2. Anonymous Coward
      Anonymous Coward

      Litterally why the judge tossed the other parts of the case

      And the part that is proceeding if focused on the period where Intel was still selling vulnerable hardware, was touting the performance of it's new processor line, and downplaying, denying or ignoring the Meltdown and Spectre issues.

      And the details in question were already in the wild by that point, so they can't hide behind disclosure. They got greedy, and they weren't thinking long term. They could have avoided liability if they had just followed standard practices, but they didn't. They realized that the flaws were baked into the hardware, and "fixing" the problem meant replacing the parts. They also new that the designs they had in the release pipeline were also vunlerable, and it would be months or years before the architectural problems could be fixed. None of that was clear to a buyer, either through a system builder or through Intel's direct marketing material.

      So this case isn't about opening the door to a flood of lawsuits at other companies, Intel management put the companies head on the chopping block to bolster their end of year numbers.

  4. Anonymous Coward
    Anonymous Coward

    A big chunk of these allegations DON'T apply to AMD........

    ......so it would seem that SOME competent engineers and designers were able to anticipate (and avoid) certain types of trouble.

    Perhaps this makes Intel more likely to fail in their efforts to avoid this litigation?

    P.S. When the FPU bug was found, my Pentium PC had the CPU in a ZIF socket. Intel sent me a new chip plus a reply-paid return package. Right now, every machine here at Linux Mansions has the CPU soldered into the motherboard....so a bit harder for Intel to arrange a CPU swap! Just saying!

    1. Sandtitz Silver badge

      Re: A big chunk of these allegations DON'T apply to AMD........

      "so a bit harder for Intel to arrange a CPU swap"

      P6 was the first Intel CPU family to support microcode patching. No need to replace the CPU.

  5. Alistair
    Windows

    Fixing the legal commentary

    "We look forward to advancing this litigation on behalf of consumers and businesses our law firm's bank accounts, since these consumers and businesses were left with slower and less secure computers due to the defects found in Intel's processors."

    FTFY.

    1. Wellyboot Silver badge
      Holmes

      Re: Fixing the legal commentary

      Yes....

      After we failed to stop the case which will now bring a vast wedge of cash in our direction regardless of outcome.

  6. Binraider Silver badge

    But, if the case is successful, who gets the payout? Every owner of one of the affected chips? And the supply chain in between?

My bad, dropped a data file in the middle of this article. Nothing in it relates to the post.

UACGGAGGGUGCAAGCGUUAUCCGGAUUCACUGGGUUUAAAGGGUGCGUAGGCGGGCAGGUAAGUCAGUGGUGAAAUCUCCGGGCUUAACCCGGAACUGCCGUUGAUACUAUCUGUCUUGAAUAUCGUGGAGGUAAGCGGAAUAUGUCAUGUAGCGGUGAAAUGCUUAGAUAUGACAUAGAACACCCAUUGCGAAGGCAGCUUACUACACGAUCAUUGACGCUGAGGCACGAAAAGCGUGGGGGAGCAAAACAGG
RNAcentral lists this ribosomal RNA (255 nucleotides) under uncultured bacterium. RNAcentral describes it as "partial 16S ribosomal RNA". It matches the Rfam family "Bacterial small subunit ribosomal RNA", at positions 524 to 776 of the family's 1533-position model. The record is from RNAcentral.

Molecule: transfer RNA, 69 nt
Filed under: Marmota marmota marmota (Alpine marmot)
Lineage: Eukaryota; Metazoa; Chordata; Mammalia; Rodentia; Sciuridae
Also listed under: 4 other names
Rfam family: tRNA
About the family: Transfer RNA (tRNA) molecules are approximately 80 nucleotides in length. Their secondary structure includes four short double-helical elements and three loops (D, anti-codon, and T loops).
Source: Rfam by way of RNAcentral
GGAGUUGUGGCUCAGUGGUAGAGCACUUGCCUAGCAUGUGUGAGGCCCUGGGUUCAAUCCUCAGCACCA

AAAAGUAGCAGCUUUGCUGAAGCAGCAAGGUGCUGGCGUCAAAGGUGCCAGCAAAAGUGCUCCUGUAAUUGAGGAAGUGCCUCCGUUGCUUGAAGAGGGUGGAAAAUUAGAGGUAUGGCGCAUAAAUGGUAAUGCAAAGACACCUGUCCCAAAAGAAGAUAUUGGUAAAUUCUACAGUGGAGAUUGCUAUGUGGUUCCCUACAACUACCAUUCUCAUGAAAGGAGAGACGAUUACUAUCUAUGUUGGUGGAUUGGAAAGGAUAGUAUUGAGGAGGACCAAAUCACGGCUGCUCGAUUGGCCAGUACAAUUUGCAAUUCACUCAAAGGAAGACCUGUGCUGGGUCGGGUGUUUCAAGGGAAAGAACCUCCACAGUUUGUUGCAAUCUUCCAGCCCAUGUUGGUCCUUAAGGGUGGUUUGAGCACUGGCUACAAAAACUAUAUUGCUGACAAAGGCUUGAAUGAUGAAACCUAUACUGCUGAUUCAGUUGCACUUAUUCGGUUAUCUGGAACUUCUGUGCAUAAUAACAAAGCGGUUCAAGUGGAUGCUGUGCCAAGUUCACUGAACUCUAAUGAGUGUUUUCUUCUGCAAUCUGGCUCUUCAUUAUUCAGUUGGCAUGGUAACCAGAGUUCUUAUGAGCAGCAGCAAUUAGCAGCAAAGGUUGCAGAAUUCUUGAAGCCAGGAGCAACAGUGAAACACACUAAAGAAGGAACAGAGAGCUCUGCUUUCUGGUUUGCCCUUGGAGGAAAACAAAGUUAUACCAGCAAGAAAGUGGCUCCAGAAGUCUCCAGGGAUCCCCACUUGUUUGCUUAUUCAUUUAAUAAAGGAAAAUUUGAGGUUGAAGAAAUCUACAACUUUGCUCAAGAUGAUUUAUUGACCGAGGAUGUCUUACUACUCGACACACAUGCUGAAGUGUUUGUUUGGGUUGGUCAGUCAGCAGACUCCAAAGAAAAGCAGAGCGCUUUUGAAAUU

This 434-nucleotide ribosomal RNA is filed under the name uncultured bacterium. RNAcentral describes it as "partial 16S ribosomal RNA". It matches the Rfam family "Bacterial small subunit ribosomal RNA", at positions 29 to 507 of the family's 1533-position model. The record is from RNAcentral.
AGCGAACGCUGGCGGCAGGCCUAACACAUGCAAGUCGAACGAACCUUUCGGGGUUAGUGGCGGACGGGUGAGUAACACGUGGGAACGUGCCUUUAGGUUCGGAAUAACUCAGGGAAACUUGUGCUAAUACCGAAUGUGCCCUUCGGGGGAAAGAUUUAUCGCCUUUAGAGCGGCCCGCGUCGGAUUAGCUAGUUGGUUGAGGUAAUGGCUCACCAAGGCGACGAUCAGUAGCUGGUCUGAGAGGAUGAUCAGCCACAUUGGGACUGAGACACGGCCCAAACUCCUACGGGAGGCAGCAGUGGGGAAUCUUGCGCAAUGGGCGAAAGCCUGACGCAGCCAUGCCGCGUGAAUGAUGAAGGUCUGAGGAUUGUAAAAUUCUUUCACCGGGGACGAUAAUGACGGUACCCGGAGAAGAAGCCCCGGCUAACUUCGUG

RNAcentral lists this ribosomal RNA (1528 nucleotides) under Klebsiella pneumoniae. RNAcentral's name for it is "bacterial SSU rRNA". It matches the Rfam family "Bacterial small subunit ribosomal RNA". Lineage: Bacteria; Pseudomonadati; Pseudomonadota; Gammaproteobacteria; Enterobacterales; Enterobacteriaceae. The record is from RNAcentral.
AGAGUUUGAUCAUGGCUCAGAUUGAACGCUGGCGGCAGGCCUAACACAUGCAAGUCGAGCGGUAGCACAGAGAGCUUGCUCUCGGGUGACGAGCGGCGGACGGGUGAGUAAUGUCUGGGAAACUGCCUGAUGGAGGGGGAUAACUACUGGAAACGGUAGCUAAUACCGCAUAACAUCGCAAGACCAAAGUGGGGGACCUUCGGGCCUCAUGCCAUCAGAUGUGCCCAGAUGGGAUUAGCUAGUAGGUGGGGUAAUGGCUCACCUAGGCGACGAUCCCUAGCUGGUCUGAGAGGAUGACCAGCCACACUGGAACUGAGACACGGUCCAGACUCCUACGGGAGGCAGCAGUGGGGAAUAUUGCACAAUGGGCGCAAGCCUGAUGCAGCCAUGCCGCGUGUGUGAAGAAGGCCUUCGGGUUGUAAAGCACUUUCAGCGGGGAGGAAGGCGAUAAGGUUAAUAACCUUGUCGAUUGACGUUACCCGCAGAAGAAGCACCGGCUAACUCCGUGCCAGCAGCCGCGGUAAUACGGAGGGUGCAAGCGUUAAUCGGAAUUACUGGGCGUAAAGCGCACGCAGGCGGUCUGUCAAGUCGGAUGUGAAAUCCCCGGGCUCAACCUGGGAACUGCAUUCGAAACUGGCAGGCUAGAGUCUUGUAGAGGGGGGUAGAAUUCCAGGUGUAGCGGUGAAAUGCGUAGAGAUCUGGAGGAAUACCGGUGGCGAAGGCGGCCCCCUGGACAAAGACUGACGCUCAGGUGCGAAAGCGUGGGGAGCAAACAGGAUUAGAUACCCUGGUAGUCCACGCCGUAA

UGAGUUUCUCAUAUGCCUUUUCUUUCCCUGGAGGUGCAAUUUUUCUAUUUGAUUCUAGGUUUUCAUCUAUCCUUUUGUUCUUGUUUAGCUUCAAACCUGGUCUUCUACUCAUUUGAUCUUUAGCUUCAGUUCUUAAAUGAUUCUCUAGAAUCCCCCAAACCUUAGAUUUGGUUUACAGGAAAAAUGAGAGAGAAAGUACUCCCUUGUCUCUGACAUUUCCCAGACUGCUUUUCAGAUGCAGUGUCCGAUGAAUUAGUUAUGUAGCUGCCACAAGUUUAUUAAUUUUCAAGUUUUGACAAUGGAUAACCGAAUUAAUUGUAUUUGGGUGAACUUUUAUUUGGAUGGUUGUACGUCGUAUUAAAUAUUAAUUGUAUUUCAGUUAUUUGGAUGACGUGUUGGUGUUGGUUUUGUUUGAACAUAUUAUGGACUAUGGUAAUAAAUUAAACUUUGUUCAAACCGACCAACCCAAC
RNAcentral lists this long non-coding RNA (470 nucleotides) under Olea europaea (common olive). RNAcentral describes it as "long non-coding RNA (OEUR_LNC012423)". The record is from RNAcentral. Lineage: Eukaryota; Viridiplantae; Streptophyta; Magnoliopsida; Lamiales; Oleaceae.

To be fair, when Sony canned official "install-other-OS" capability, an originally touted launch feature, at least one successful refund was done.

    Where does Caveat Emptor begin and end?

    1. Anonymous Coward
      Anonymous Coward

      Who gets the payout? Realistically, the lawyers.

    2. MrDamage Silver badge

      Small calims court would be the start. Claim whatever percentage of performance lost from your original purchase price, rated for inflation.

      How does one practice caveat emptor when companies explicitly hide the information you require to make the informed purchase? Consumer rights laws are supposed to assist, but they have been watered down in the US where the fine for doing illegal activity doesn't even cover 1% of the profits made by said illegal activity.

      1. Binraider Silver badge

        I’ve had a 6700k more or less since launch. It did what I wanted very well for some years - admittedly with a useful lifetime basically determined by a combination of malware, vulnerabilities being found and software support being dropped.

        From a Useful economic life perspective the hardware hasn’t done bad. And bunging BSD on there with hyperthreading off it’s probably still a more secure system than most. Admittedly minus one feature that isn’t that important.

        I fear from a small claims perspective the cost of making the case would be more than any potential gain. So where are consumer groups etc with their cases brought on behalf of everyone?

  7. jollyboyspecial

    English Much

    "Alleged enough facts"

    What utter twaddle.

    An allegation is an allegation and a fact it a fact. You can allege something, but that doesn't make it a fact it remains an allegation until it has be proved and demonstrated to be a fact.

    It is frankly scary that a judge has such a poor understanding of the English language.

    1. a_yank_lurker Silver badge

      Re: English Much

      Robed shysters on this side are not known for their competency or literacy.

POST COMMENT House rules

Not a member of The Register? Create a new account here.

  • Enter your comment

  • Add an icon

Anonymous cowards cannot choose their icon

Biting the hand that feeds IT © 1998–2022